Mine came from Sunday Times Wine Club (Laithwaites) President’s Cellar which implies a price of £20-30, and I did see it at Berry Bros for around £27.50, although currently out of stock. If you’ve been off wine for a while, or even if you’ve been drinking like Bentley Drummle at your posh London club, it’s worth the extra for a little treat.
At two separate Wine Society events recently, one wine has stood head and shoulders above the rest for me, and I have been looking for an opportunity to shout it out.
However, it raises a wider issue about wine branding. When it comes to certain wines (mostly French if I am honest) I like to think that I should be able to choose the original wine over one badged by a retailer. So am I being immodest to think that I can do better than an institution that has been around since 1874? Am I <gasps> a “wine snob”? And worse, an ill-informed one to boot?
I woke up with the sweetest hangover. The type that brings hazy memories of the day before. Not caused by alcohol. Oh no, something far more important. Football.
But, one has to eat, and drink, and get on with life so, in anticipation of victory, I had booked us into Barbecoa, Jamie Oliver’s new venture in Cheapside in the City. And as a hangover cures go, you could do worse than select from the “Bites” menu. The mountain of bread with home made butter was as filling as it was delicious. A “portion” of pork crackling (£4) was large enough to serve 16 Northern beer drinkers based on the size of pub bags when I was a nipper. And needless to say the flavour and crunch was in a new class, (but I am known as a bit of a porker).
On a frenzied wine tour through Bordeaux it’s nice to take a relaxing break for a long lunch, and you could do much worse than stop in Pauillac during your Medoc leg.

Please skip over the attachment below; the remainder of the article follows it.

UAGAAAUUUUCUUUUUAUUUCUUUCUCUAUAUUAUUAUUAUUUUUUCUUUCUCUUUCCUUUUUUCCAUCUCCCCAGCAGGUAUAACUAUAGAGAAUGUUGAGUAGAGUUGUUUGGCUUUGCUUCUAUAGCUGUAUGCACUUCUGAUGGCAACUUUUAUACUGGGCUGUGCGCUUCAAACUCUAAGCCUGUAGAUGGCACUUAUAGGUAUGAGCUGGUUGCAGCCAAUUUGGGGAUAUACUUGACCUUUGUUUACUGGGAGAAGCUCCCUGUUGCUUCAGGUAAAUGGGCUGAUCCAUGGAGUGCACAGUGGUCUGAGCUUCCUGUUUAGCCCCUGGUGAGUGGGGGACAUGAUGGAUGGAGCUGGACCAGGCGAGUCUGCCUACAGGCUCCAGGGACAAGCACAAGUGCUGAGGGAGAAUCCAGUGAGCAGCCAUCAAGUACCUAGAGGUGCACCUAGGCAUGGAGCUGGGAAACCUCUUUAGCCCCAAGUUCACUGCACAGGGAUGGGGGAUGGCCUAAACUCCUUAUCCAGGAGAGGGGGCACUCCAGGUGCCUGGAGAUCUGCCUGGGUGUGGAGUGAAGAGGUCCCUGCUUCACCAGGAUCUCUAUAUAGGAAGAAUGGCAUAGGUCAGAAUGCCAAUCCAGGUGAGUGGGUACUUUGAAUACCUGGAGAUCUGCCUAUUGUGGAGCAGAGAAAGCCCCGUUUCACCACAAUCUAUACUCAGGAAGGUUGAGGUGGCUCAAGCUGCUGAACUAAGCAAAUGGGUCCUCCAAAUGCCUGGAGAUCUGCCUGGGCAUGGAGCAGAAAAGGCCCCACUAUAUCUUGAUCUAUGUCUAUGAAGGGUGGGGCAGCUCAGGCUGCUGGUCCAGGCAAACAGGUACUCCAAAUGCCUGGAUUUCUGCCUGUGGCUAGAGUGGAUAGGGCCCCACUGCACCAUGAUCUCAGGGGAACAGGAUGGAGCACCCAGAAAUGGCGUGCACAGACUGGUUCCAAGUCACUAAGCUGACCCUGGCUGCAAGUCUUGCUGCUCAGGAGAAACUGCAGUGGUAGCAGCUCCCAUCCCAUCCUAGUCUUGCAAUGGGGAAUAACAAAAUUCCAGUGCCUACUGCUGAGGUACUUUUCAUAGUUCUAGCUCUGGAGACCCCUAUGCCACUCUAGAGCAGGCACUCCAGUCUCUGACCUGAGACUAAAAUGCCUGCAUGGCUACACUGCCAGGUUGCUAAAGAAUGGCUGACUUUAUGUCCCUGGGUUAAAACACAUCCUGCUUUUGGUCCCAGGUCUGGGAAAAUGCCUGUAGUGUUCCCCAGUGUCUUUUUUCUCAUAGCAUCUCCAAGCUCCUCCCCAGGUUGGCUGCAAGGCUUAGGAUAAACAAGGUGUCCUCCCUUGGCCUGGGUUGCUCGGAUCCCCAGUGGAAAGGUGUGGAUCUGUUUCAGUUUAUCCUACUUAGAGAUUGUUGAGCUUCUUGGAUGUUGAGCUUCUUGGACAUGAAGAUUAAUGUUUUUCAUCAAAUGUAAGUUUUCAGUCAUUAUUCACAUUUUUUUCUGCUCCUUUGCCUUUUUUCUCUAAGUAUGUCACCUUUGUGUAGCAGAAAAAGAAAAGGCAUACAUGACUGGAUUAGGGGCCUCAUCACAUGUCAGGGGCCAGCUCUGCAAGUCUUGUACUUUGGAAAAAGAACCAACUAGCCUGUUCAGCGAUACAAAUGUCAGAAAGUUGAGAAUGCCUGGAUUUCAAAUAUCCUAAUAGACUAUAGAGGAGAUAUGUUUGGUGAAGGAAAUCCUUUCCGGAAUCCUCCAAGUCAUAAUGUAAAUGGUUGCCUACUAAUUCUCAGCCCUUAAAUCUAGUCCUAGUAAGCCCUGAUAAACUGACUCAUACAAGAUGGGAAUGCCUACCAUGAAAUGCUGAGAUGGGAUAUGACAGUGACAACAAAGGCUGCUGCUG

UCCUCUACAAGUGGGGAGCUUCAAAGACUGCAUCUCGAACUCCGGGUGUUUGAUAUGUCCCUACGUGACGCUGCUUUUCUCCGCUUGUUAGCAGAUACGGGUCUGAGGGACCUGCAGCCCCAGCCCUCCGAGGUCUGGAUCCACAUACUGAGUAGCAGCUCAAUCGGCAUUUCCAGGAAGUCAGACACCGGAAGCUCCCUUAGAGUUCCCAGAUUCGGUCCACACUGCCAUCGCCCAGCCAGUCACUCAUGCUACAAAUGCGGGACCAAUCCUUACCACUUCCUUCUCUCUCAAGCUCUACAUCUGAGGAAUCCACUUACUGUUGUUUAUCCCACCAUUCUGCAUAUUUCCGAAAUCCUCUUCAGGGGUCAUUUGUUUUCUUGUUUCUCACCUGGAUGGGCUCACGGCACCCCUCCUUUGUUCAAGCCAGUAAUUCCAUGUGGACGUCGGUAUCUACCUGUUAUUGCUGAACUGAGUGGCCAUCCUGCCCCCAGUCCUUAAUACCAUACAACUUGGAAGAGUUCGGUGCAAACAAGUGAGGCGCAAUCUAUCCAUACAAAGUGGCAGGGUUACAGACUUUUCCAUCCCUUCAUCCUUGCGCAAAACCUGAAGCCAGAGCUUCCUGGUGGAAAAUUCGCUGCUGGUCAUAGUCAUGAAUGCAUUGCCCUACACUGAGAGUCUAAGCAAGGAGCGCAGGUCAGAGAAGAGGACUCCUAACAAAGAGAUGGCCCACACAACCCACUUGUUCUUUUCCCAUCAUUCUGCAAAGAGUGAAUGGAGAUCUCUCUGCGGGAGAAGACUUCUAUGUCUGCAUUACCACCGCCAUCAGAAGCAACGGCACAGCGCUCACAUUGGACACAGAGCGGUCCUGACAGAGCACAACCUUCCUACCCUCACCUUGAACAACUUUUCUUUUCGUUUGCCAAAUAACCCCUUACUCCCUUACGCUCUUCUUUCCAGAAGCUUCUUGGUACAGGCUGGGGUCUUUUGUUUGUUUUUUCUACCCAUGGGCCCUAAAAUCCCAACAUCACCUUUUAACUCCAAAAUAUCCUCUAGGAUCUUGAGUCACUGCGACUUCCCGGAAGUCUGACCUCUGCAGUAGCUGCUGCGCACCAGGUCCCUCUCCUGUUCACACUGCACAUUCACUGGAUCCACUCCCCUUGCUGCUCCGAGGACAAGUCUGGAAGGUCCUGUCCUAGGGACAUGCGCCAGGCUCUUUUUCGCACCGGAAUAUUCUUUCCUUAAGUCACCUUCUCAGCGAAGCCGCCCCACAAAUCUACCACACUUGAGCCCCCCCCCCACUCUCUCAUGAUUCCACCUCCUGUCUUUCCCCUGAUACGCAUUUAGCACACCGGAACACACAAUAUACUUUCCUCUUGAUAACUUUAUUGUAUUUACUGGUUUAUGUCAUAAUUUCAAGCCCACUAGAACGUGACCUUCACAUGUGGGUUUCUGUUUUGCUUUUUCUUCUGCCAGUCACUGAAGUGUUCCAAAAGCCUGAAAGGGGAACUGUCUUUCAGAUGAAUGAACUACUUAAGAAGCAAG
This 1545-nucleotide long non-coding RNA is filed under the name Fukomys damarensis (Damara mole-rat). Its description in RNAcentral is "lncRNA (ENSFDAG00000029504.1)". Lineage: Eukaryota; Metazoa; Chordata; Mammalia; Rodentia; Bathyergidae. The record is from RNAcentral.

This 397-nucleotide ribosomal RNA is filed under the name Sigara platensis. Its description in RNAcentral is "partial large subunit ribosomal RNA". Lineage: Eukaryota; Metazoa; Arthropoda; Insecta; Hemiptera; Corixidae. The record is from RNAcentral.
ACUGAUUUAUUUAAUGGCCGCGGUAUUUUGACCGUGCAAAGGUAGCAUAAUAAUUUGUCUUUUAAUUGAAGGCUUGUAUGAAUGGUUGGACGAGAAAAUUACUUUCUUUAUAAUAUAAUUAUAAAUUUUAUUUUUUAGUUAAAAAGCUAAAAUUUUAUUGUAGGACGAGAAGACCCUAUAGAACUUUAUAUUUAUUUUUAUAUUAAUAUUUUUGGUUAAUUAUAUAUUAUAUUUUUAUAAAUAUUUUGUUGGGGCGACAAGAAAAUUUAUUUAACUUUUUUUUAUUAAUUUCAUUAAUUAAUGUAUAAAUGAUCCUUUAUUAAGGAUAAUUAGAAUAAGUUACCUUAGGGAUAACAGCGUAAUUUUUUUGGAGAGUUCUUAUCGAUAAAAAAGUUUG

La Salamandre, looking out directly over the river is charming, top quality, well presented, and has a great wine list.
After a visit to the Wine Gallery in Bordeaux where I tasted some of the best (or in any case, most expensive) wines in the world, La Brasserie Bordelaise was the destination for a bloody, but fatty, grisly and tough, entrecôte steak. What could match the power of Château Latour or Cheval Blanc to accompany such a dish?
Tucked away in a place so secret that only the French Foreign Legion knows of its existence, this place is more charming than Dartagnan and better for juicing up a hot date than a pair of George Clooney’s underpants.
You can expect French service, though, which is the exact opposite of New York service. That is to say, friendly but slow.
In what turned out to be the fortunate circumstance of a cancelled flight, I found myself in Bordeaux for an unexpected extra night. This gave me the opportunity to fulfil a bit of a dream.
Entering through the unassuming entrance of Max Wine Gallery you could be forgiven for thinking that you are entering a posh handbag or clothes boutique. But, inspect further and inside you will find not Chloe or Hermès, but brands a bit closer to my heart, and liver.
Bottles of various top growths from Médoc, St Emilion and Sauternes are imprisoned within glass cases but with tempting little spouts indicating a tad of promiscuity to willing punters. A wino heaven, although at a price.